Defense lawyer blasts feds for secret response to racial profiling claims

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Federal Public Defender Brian Pori during an interview last year

A federal public defender in Albuquerque is criticizing prosecutors for responding in secret to claims that his client was racially profiled in a 2016 law enforcement operation.

“I’m not going to let the government, on this issue of tremendous public importance, shield their reluctance to defend this racist operation from the public,” Assistant Federal Public Defender Brian Pori told New Mexico In Depth on Wednesday.

Pori’s client, Yusef Casanova, is one of 28 black people swept up in a undercover gun and drug sting operation the federal Bureau of Alcohol, Tobacco, Firearms and Explosives used to target an impoverished, largely minority swath of southeast Albuquerque in 2016.

The secret filing means the public cannot view — or scrutinize — the U.S. Attorney’s defense of Casanova’s arrest, which Pori has challenged. Last month he argued in a motion that he had enough evidence to prove ATF agents and informants targeted Casanova because he’s black and asked Senior U.S. District Judge James Parker to drop methamphetamine trafficking and illegal firearm possession charges.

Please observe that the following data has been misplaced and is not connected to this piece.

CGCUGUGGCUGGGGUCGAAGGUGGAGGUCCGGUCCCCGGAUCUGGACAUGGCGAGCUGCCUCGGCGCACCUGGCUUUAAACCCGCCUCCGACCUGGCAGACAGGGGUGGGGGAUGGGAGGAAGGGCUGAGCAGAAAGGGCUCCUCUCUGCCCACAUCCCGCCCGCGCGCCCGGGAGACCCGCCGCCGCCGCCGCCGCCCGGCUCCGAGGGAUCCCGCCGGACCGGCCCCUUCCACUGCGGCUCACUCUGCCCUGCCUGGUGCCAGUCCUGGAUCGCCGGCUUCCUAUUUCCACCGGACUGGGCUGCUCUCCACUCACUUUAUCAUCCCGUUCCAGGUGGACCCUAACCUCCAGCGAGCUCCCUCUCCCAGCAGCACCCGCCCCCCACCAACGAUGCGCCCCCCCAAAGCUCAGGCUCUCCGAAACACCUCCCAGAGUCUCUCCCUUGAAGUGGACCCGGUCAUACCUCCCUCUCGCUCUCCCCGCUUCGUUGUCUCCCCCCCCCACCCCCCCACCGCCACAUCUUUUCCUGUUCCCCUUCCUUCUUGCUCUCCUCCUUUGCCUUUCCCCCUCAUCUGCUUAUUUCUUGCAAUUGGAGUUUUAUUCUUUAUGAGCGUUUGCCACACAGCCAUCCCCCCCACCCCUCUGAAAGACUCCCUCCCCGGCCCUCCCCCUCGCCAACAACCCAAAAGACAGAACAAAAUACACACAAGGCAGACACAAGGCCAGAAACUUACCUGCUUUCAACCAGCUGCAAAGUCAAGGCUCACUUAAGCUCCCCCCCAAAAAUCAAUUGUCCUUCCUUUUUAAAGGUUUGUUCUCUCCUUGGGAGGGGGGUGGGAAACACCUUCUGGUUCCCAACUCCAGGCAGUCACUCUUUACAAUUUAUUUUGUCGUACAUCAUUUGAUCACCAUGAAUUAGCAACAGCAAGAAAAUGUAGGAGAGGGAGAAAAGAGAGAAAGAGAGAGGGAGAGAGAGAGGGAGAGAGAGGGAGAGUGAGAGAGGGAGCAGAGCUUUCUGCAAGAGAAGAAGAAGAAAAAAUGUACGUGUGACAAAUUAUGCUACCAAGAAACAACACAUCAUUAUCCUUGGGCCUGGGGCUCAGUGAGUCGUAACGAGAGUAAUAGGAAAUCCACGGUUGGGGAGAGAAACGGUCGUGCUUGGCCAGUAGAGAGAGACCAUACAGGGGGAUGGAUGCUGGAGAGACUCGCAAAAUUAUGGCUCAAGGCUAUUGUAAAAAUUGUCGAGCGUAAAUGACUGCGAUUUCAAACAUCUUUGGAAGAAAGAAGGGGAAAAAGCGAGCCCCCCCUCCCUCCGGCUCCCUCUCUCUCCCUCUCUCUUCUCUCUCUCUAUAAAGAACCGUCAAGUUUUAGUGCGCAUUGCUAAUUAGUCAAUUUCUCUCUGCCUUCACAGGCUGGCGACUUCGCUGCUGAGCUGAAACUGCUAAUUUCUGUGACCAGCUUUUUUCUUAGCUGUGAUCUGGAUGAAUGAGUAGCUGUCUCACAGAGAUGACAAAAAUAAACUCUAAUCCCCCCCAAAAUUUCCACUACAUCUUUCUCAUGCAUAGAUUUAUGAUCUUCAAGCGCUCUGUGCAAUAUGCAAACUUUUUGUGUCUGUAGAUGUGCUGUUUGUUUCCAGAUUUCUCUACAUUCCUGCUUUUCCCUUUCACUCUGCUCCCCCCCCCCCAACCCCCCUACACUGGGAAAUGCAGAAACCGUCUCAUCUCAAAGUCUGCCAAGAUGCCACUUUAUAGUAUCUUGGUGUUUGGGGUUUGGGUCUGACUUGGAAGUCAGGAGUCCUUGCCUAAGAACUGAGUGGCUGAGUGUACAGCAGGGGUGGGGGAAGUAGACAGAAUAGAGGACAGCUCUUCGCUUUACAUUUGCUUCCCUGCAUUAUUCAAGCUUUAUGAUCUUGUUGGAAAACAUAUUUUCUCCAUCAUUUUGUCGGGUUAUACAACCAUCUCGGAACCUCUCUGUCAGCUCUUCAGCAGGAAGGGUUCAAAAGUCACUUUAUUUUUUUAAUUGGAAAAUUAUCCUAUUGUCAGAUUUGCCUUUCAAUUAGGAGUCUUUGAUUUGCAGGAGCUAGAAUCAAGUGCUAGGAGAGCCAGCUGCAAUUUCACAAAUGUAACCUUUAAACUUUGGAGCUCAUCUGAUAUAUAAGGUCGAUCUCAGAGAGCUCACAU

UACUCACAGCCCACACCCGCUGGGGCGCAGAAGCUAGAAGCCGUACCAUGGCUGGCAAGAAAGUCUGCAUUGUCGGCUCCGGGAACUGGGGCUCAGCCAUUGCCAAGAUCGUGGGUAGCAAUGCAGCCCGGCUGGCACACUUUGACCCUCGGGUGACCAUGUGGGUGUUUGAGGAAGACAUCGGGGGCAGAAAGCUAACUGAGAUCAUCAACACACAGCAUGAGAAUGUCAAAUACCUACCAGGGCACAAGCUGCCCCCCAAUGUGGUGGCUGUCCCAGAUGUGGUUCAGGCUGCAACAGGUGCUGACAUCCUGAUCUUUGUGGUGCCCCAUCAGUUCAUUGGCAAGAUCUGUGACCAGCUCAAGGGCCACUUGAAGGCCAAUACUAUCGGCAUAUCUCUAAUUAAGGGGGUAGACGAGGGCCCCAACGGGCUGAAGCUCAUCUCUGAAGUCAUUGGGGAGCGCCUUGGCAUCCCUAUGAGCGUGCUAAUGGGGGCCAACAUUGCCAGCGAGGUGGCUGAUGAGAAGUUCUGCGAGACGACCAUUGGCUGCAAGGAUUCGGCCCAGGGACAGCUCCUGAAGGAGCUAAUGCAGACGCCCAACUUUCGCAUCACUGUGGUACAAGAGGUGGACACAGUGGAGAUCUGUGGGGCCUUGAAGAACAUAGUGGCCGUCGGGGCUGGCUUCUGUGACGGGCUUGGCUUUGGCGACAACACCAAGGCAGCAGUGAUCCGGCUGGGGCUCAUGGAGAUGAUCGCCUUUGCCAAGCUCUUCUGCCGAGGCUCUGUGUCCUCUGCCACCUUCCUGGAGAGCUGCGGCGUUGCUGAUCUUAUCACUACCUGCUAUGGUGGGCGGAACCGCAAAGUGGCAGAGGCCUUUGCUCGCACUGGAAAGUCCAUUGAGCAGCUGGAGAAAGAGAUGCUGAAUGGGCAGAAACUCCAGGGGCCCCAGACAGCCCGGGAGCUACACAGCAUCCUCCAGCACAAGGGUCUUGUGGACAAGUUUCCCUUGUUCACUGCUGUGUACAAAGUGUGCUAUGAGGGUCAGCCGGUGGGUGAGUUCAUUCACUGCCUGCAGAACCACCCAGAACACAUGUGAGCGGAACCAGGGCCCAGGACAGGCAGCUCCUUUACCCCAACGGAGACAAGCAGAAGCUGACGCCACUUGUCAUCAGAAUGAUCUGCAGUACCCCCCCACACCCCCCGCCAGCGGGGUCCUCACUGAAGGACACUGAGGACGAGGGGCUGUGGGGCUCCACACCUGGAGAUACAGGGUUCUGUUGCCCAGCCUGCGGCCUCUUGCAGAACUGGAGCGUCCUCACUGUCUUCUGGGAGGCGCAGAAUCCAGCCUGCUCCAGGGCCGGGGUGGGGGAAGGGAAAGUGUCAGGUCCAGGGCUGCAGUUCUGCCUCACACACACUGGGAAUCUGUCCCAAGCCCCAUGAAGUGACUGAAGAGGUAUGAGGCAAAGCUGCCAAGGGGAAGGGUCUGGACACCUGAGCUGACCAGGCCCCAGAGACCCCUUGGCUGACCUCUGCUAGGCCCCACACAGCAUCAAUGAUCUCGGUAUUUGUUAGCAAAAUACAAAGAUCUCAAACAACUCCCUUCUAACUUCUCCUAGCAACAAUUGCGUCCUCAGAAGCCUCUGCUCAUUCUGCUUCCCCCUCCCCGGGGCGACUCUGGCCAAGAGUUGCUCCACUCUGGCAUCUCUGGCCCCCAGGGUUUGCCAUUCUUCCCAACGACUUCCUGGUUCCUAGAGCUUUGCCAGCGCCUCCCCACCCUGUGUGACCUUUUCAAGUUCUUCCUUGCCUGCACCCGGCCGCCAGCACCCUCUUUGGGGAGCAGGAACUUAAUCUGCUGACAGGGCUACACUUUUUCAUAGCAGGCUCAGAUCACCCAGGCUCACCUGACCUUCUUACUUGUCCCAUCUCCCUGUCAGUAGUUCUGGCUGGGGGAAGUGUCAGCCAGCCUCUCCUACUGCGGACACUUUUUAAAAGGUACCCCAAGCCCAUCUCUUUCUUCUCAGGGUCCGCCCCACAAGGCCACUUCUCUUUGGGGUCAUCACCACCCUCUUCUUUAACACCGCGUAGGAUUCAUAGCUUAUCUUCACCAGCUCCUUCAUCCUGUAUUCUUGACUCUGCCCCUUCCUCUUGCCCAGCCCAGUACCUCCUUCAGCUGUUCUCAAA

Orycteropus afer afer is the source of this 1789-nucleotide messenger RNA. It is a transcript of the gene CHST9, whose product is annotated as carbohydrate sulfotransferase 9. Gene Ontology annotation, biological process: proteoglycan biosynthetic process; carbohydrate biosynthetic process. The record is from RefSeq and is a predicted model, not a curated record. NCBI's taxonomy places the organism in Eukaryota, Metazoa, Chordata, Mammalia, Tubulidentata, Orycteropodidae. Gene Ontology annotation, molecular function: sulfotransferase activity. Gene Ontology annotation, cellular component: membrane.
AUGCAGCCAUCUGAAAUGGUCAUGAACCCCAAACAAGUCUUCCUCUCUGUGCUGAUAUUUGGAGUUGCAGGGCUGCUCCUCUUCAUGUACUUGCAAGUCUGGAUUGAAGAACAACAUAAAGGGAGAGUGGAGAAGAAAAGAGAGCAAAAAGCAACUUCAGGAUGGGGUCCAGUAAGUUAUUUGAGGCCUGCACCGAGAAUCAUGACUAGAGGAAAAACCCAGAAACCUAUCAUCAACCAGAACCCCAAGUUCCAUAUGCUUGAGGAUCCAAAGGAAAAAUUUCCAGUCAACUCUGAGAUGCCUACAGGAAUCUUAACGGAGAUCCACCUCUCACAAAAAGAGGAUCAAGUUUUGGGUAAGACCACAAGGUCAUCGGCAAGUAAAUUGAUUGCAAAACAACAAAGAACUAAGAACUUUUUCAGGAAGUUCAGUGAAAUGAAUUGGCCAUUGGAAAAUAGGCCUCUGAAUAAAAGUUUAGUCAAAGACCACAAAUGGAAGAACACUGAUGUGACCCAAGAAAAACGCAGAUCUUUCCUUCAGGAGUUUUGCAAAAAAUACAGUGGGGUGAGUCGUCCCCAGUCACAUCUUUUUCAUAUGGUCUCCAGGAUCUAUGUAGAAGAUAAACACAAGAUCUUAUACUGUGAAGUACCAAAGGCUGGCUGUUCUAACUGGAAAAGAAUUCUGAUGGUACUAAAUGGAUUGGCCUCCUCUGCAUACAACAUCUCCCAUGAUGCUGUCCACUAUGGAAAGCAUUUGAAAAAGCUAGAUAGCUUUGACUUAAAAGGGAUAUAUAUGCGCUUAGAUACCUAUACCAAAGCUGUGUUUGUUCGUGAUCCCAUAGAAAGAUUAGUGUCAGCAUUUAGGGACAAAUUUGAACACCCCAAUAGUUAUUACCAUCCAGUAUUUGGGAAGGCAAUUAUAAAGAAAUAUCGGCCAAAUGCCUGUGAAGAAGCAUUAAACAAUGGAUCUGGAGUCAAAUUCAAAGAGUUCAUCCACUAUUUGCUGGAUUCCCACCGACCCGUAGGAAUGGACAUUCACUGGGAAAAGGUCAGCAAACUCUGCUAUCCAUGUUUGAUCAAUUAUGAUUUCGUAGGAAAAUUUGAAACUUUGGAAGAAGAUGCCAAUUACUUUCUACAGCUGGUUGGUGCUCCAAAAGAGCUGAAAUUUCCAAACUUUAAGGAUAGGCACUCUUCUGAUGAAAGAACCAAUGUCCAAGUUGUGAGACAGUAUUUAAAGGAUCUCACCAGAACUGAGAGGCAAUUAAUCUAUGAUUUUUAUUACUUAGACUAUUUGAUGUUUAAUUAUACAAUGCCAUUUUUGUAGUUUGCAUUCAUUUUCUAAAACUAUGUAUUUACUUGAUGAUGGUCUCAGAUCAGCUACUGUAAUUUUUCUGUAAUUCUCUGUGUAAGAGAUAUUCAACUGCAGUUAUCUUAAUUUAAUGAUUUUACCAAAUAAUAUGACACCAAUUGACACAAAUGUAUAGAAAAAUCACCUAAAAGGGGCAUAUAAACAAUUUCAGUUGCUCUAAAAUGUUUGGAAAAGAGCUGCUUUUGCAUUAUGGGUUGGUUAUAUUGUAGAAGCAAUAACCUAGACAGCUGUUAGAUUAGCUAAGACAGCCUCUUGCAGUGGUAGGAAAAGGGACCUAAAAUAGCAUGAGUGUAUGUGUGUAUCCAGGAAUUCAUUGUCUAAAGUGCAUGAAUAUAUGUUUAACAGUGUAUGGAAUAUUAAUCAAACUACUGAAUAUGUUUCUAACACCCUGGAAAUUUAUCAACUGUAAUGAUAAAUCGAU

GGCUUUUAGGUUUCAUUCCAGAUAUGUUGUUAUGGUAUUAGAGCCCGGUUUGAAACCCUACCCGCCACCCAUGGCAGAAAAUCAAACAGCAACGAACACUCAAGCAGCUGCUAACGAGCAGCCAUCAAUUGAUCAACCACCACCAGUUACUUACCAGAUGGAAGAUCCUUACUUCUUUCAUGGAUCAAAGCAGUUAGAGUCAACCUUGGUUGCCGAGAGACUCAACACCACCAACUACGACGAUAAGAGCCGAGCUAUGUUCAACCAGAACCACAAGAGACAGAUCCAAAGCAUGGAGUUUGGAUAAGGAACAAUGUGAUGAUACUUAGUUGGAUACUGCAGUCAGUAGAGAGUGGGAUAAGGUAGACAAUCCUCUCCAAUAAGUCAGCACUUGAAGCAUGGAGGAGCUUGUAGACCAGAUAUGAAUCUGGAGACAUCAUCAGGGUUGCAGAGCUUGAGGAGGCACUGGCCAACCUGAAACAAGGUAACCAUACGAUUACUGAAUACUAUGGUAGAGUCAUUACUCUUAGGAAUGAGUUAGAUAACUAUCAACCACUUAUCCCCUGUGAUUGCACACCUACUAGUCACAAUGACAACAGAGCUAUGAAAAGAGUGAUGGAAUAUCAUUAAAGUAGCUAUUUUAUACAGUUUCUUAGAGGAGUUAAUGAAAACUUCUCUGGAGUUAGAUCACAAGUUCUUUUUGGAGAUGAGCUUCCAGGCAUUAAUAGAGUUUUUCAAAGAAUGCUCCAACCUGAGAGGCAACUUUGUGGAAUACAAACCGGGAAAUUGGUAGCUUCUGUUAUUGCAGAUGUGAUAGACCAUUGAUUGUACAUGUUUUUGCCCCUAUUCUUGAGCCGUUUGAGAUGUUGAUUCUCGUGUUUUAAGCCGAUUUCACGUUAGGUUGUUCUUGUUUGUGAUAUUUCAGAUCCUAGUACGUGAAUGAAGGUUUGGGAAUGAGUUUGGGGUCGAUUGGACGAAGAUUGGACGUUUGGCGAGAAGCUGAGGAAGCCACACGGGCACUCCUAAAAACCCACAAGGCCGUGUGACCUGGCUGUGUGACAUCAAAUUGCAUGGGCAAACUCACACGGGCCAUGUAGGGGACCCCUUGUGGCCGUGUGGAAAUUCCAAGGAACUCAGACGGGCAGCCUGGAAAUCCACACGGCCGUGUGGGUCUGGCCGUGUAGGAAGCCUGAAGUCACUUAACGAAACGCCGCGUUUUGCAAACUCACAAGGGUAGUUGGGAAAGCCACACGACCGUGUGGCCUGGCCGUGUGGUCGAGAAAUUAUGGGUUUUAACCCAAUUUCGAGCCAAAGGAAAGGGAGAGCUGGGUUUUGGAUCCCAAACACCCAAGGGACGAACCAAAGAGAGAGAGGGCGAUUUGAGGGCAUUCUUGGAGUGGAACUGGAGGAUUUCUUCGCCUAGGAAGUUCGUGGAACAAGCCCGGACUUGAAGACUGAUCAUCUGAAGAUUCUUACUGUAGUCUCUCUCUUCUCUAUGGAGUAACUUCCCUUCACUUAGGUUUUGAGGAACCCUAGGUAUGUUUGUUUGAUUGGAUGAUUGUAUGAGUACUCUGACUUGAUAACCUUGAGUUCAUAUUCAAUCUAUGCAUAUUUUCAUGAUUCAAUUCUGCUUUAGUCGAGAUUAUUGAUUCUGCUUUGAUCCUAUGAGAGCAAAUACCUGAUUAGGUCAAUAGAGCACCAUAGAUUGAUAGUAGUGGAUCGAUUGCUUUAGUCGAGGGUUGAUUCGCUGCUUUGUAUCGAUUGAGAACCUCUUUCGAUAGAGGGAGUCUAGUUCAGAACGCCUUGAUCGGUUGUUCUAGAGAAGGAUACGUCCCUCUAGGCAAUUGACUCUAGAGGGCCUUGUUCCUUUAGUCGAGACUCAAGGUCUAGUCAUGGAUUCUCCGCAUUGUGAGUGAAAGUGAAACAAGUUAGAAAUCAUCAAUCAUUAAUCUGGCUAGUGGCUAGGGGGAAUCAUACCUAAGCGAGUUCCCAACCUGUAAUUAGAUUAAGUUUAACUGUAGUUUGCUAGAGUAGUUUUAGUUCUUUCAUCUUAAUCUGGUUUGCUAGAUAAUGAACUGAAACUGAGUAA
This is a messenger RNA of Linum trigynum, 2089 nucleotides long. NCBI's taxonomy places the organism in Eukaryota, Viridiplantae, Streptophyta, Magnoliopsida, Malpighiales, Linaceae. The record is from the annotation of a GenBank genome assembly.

The U.S. Attorney’s office was supposed to file a response to Pori’s motion last week but received an extension to file Monday.

A review of the federal courts PACER system — an online storinghouse for court documents associated with criminal and civil cases across the nation — however, showed no record of the response Tuesday evening or Wednesday morning.

NMID confirmed its existence through Pori. It was filed by Assistant U.S. attorneys Norman Cairns and Samuel Hurtado and Fred J. Federici, who is acting U.S. Attorney for the Casanova case, under seal — meaning it is not publicly viewable.